Every day as we walk, bus, cycle or drive around, we barely notice the million and one things we pass by because they’re so familiar – especially our own face in a shop window. Which is no reflection on us . . .
Some people drive the same route to and from work day after day and frequently arrive at their destination unable to remember how they got there. It’s as if they’re on automatic pilot throughout the commute.
I can’t do that because a comedian must observe the world and the weird, wonderful and sometimes worrying things that go on within it. Every day I look for ideas that might generate a routine or form the basis of this column.
Which brings me to last week – and the lady in her mid-20s I saw wearing a dark blue ‘hoodie’ on the back of which was written the slogan “BE WHOEVER YOU WANT TO BE”.
From her appearance, I assumed that she must ’want to be’ a 19-stone, pram-pushing wobbler who constantly talks on her telephone in between shouting at her young son for running off ahead of her. But I’m prepared to be proved wrong on this.
It was the slogan, rather than the mobile advertising hoarding, that captured my attention. I’m all for motivating people to be the best, whether they’re a barrister or a barrista.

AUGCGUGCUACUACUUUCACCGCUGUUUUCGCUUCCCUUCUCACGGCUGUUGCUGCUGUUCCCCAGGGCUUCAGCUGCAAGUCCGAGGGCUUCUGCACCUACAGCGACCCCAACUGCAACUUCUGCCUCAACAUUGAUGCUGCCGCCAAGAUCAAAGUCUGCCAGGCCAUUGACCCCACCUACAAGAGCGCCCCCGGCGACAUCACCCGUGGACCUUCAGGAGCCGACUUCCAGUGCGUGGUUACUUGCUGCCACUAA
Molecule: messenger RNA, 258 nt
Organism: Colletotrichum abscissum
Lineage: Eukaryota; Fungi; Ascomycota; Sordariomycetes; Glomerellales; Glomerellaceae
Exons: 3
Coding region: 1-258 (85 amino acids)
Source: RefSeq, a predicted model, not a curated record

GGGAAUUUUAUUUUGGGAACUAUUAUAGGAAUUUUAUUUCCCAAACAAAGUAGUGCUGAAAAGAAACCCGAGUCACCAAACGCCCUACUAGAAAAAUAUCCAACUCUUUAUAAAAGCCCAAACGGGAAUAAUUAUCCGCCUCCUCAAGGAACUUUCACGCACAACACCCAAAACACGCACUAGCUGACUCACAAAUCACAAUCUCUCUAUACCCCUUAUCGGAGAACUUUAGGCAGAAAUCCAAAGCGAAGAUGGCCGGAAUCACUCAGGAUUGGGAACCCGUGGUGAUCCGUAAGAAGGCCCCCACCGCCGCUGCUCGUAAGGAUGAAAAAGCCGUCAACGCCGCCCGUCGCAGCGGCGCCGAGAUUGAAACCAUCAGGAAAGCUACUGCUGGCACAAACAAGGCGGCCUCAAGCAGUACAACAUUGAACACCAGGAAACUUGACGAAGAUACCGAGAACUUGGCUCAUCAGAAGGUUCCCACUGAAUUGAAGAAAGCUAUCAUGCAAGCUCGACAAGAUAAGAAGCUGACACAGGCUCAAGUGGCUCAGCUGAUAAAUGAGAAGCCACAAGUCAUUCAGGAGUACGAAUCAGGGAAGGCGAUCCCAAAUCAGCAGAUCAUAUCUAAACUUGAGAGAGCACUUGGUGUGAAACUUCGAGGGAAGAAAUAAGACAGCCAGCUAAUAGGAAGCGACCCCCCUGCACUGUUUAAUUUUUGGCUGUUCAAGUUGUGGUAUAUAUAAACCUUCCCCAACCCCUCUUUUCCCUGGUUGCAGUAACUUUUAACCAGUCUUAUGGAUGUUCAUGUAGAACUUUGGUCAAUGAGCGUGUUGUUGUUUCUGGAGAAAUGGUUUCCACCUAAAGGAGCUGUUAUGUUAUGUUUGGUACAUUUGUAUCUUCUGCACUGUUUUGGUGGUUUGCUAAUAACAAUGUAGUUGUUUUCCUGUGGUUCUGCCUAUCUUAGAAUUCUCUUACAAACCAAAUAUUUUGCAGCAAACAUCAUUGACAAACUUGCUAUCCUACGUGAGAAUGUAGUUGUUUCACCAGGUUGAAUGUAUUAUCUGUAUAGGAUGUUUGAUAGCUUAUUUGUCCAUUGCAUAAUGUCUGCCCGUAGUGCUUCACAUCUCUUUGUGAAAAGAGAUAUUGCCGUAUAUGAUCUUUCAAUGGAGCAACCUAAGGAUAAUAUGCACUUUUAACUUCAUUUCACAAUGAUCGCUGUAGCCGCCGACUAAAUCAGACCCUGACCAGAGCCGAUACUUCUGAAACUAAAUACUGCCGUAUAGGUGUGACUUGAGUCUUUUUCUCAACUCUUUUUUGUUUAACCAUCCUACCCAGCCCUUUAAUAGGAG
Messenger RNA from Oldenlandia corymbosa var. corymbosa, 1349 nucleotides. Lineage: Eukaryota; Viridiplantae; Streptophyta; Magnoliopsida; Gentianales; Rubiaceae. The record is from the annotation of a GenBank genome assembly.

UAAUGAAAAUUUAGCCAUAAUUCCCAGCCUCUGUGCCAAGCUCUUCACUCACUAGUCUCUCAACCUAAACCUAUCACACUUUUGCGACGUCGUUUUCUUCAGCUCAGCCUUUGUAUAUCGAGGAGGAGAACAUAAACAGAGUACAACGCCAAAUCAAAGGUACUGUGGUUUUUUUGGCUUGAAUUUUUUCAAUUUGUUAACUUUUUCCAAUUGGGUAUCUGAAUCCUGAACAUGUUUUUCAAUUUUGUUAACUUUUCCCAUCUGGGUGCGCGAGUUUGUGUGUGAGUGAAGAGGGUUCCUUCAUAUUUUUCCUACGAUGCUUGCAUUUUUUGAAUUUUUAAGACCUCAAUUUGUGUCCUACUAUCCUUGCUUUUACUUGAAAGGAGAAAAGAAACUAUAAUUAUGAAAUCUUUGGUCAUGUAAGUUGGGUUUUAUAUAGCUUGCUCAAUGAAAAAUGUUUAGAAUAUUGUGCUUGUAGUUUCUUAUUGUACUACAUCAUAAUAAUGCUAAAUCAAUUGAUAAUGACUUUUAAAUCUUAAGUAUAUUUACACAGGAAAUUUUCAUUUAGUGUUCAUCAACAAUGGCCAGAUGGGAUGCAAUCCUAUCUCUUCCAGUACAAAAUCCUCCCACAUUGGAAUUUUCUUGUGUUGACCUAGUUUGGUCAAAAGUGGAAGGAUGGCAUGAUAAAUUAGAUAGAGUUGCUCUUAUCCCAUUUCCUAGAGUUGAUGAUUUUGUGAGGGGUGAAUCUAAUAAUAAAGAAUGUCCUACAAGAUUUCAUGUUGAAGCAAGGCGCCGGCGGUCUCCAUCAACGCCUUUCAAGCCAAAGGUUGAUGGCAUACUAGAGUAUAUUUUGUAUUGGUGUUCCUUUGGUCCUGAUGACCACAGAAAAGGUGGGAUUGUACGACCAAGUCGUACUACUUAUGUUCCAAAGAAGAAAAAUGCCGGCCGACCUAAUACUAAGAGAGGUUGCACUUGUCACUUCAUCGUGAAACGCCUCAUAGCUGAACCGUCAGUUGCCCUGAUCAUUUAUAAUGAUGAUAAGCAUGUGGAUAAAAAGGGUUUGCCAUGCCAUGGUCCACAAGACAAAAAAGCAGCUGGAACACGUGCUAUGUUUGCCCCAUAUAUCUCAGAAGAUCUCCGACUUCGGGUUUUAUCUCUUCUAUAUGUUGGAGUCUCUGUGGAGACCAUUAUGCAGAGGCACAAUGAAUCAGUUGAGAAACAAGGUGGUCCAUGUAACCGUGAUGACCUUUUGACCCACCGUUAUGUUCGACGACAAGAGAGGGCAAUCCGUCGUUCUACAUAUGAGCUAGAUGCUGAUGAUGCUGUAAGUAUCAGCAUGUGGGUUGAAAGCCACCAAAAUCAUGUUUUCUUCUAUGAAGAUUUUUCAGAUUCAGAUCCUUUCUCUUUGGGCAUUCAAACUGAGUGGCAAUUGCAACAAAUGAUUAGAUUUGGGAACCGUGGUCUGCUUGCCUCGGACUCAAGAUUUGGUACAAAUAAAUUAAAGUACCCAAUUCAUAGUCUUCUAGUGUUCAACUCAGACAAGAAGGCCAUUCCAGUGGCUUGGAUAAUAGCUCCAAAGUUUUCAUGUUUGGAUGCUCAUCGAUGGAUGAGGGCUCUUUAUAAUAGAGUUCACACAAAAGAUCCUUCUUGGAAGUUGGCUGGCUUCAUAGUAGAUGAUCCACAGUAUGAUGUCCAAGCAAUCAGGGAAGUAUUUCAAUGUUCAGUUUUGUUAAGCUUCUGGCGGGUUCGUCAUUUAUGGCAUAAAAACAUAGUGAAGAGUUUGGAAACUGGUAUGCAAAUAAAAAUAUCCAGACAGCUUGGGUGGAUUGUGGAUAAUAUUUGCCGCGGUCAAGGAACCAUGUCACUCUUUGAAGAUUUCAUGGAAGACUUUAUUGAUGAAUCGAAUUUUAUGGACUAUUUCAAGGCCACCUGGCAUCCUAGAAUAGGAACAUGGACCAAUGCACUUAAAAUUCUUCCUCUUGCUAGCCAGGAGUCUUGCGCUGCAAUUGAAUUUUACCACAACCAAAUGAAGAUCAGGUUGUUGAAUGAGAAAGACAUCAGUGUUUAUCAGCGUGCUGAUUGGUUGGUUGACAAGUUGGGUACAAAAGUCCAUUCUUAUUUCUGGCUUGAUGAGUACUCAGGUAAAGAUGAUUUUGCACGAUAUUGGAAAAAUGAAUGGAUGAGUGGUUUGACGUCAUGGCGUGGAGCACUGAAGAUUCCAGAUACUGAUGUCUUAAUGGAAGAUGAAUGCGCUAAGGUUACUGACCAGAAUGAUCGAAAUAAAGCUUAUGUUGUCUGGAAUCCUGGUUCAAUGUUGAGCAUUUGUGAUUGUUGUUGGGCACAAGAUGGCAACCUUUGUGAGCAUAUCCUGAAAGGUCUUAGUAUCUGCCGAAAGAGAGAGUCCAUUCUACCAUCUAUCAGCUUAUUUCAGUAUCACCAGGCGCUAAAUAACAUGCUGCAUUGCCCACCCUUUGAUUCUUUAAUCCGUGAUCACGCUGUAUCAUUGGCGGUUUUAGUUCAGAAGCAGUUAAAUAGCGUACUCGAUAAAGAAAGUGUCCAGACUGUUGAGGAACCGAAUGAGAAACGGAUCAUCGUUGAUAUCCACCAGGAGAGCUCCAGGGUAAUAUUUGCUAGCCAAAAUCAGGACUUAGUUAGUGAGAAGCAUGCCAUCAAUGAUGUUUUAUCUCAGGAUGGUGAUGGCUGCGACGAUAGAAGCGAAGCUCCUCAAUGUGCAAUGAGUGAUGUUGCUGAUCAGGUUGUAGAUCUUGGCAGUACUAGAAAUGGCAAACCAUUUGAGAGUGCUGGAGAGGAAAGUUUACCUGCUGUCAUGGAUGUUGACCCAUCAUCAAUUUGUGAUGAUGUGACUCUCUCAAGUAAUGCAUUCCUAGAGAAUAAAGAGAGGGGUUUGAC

But believing you can “Be whoever you want to be” is not so much motivational as completely delusional. Before the end of the year I ‘want to be’ a headliner in Las Vegas and win £10 million on the Lottery, but my in-built reality checker tells me that’s unlikely to happen. Not unless I buy a Lotto ticket occasionally!
Most motivational slogans come from America where the ‘can do’ attitude is encouraged.
While that’s admirable, telling people (especially impressionable adolescents) they can achieve anything in life, whether they want to be a President or an astronaut, is irresponsible.
Even if they work hard, it doesn’t take into account that millions are after that same goal, so it’s just not possible for everyone to achieve it. Nor does it include the important yet elusive element of good luck.
The eminent psychologist Daniel Kahneman summed-up matters neatly when he said: “Success = Talent + Luck.
Great success = A little more talent + A Lot of Luck.”
And I’m sure he didn’t wear a ‘hoodie’ with this written on the back.